I know I am not a failure. I know that I am doing the best I can under extraordinary circumstances. But the world does not know that. The world does not know that it feels like a 5 mile hike, just to shower. Or planning an afternoon outing feels like I am planning a 3 week long vacation. That cooking dinner feels like I am planning a dinner party for 20. Everything feels distant, overwhelming, and difficult. I am isolated because it is hard to maintain friendships. Friendships have significantly changed in the face of all we have endured. Partly because I could not give what most wanted from me. I could barely just do me. And most can not handle the reality of my life. Our life. So life has become very small, isolated. And yes, it feels like we are abandoned. To others it seems our worst is over. But that is the lie. The worst is living everyday without the person who should be by your side. Living everyday in wonder of who that child would become, who he should have been. Living each day with hole in every photo. The place our child should be standing. Knowing that to everyone else we are a family of three. But we are not. We are a family of four.

My faith has gotten me from one minute to the next. But my faith does not make my pain gone. The hole gone. It makes it possible to live. And have hope that one day I will see my son again. It helps me to not question why. It helps that I know each day is God’s and not mine. But none of that magically takes away my suffering. Even Jesus wept. He knows suffering, and pain. And while it brings me comfort. Faith is not a blanket that heals the suffering, the pain. The void will always be present in my life. Knowing our living child should not be an only child, but should be a younger brother. And while he may not always be an only child, there is no replacing his big brother. There is no child to fill the hole that is meant for our son who died.

So here I am. 541 days since our son died. I have lived those days without my son by my side. The same number of days I lived hoping, praying, comforting, holding him while he fought against cancer. We have now lived as many days without our son, as we lived the life of trauma because of cancer. And one day, not too far from here we will live as long without our child, as we lived with our child.

Samuel “Sammy” Puma is my child. Forever my child. There is no hiding from my grief. From my greatest loss. There is nothing that can be said in speaking about memories of my son that would hurt. Or cause me sadness. The only thing that hurts is feeling forgotten. Feeling left behind. Feeling like our son will fade and his life had no meaning, no purpose and that he will not be remembered. Sammy is my child. Forever my child. I will forever mark his place in our family. Because he belongs. And Sammy is mine. Ours. Our child forever.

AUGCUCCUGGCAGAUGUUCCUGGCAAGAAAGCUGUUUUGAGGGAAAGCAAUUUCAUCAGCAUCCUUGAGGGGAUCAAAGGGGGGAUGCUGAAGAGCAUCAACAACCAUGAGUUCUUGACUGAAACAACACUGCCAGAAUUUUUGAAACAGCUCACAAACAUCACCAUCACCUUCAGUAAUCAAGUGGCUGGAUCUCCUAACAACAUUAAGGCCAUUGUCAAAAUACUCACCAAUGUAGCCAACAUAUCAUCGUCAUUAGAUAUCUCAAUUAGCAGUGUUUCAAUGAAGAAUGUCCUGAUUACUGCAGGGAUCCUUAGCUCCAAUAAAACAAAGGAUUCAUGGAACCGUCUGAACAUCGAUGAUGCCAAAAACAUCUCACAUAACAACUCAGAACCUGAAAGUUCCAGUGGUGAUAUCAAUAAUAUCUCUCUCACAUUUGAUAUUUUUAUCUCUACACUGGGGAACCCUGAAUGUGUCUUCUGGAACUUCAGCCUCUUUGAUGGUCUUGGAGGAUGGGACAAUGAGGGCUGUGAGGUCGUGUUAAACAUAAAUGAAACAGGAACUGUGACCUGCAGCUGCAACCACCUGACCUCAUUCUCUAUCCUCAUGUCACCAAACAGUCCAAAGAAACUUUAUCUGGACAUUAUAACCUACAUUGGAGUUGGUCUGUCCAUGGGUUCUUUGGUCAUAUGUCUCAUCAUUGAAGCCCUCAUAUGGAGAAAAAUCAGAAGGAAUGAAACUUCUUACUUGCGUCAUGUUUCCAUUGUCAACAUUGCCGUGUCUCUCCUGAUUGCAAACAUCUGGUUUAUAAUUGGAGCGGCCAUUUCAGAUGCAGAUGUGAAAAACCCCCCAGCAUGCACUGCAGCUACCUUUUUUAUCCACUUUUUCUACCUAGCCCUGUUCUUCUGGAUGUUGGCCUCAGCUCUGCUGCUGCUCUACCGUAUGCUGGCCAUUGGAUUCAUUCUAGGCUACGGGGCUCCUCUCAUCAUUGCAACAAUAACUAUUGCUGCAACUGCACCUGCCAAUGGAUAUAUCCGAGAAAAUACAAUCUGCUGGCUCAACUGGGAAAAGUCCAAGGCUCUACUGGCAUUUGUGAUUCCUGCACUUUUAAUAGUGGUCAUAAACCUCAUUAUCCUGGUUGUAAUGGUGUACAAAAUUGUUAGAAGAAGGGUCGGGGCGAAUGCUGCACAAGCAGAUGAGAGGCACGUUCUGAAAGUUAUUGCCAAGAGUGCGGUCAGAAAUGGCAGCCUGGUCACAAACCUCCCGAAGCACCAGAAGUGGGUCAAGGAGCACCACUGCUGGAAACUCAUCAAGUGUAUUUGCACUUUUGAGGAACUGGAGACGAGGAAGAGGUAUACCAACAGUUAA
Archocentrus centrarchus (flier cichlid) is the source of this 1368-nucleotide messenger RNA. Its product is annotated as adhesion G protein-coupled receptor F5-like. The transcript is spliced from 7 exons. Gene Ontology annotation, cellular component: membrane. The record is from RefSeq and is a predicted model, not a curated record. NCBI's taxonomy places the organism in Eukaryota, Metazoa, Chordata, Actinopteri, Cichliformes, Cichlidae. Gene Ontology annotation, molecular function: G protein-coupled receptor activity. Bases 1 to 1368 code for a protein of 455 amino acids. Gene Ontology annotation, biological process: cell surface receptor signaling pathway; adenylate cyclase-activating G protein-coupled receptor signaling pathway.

Wednesday, September 4, 2019



Sammy was diagnosed with medulloblastoma, pediatric brain cancer, on October 19, 2016. That day started like any other day of a 4-year-old in preschool. But that day changed our lives forever. He spent the next 246 days inpatient at Phoenix Children’s Hospital. Surgeries, chemotherapy, stem cell transplant, and rehabilitation. All in hopes our child would survive. Thrive.
Sammy was finally discharged on June 22, 2017. Over 8 months after he walked in the ER. He came home a different child. Now in a wheelchair, on a feeding tube, in need of lots of support to conquer everyday life. He suffered posterior fossa syndrome, a side effect of his craniotomy. He suffered a hearing loss, a side effect of chemotherapy. Our child was no longer the child who walked in the hospital 246 days prior. But he was home.
September 1, 2017. 10 weeks after he was discharged, with clear scans free of cancer, we learned his cancer was back. With vengeance. Sammy was diagnosed as terminal. He had new growths in brain and spine. At 5 years old, less than 11 months from diagnosis, we were told our child had no cure, no hope, no chance to survive.
We hit pause. Took our family to Disneyland, before we made any decisions for what was next. We needed a moment for what was to come. Then back to the reality of our nightmare of childhood cancer. We took every day, five minutes at a time. We opted for radiation. Our best chance at giving him quality of life and giving us time.
We spent the next 6 months living life as best we could. Making memories. Hoping. Praying. That he could beat the odds. We did palliative chemotherapy in hopes to slow things down, and planned to stop, if his quality of life declined.
Sadly, in March he suffered complications from hydrocephalus. Negative pressure hydrocephalus, that was unable to be controlled. We made the decision to place Sammy on hospice care and stop all treatment. On April 12, 2018, at 6 years old, Sammy took his last breath and went into the arms of Jesus.
Somehow, here I am. A year and 5 months, since Sammy died. Our life forever changed by the words "we found a tumor" on October 19, 2016. Somehow this is my reality. This is my life. A child who fought cancer. Who died. Our family who is forever missing our child in every moment. And for Logan forever missing his best friend, his big brother. There is no going back. Only forward. Looking for Sammy everywhere, and no where. My life forever changed by childhood cancer. Scarred. I am not the person I was before, how can I be? I am missing part of my soul, my child. I have been through trauma and living through unfathomable grief. A grief with no name. No word to describe who I am as a mother, who lost. I am not a widower, or an orphan. I am a mom whose child died in my arms. And I feel his missing weight in them everyday. Forever changed by childhood cancer. I wish it was different. I wish this was not my reality.
My child deserved more. Deserved better. Sammy deserved a chance to fight and live. Childhood cancer needs more awareness, more funding and more research. Because this is not okay.
Help us DO MORE by donating in honor of Sammy to Layla's Legacy. This foundation specifically supports medulloblastoma research and supports families fighting childhood cancer.
Samuel "Sammy" Puma
1.16.2012 - 4.12.2018

2019 September Book Drive


Books must be NEW.
Any age children's books are accepted, but preschool aged and below are in high need.
Spanish translations of preschool books are needed.
Five easy ways to participate :
📚 Order from our Amazon Wish Lish.
📚 Ship your donation.
Forever Got Your Six: Sammy
1300 S Watson Rd A114 PMB338, Buckeye, AZ 85326
📚 Drop your book donation at one of our local collection locations.
Chick-fil-a Arrowhead, 16657 N 83rd Ave, Peoria, AZ 85382
PostNet Buckeye, 1300 S Watson Rd A114, Buckeye, AZ 85326
Phx Law Enforcement Assoc Office, 1102 W Adams St, Phoenix, AZ 85007
📚 Send a donation for the purchase of books.
Amazon eGift Card can be sent to
Paypal link is Please include Book Drive in notes.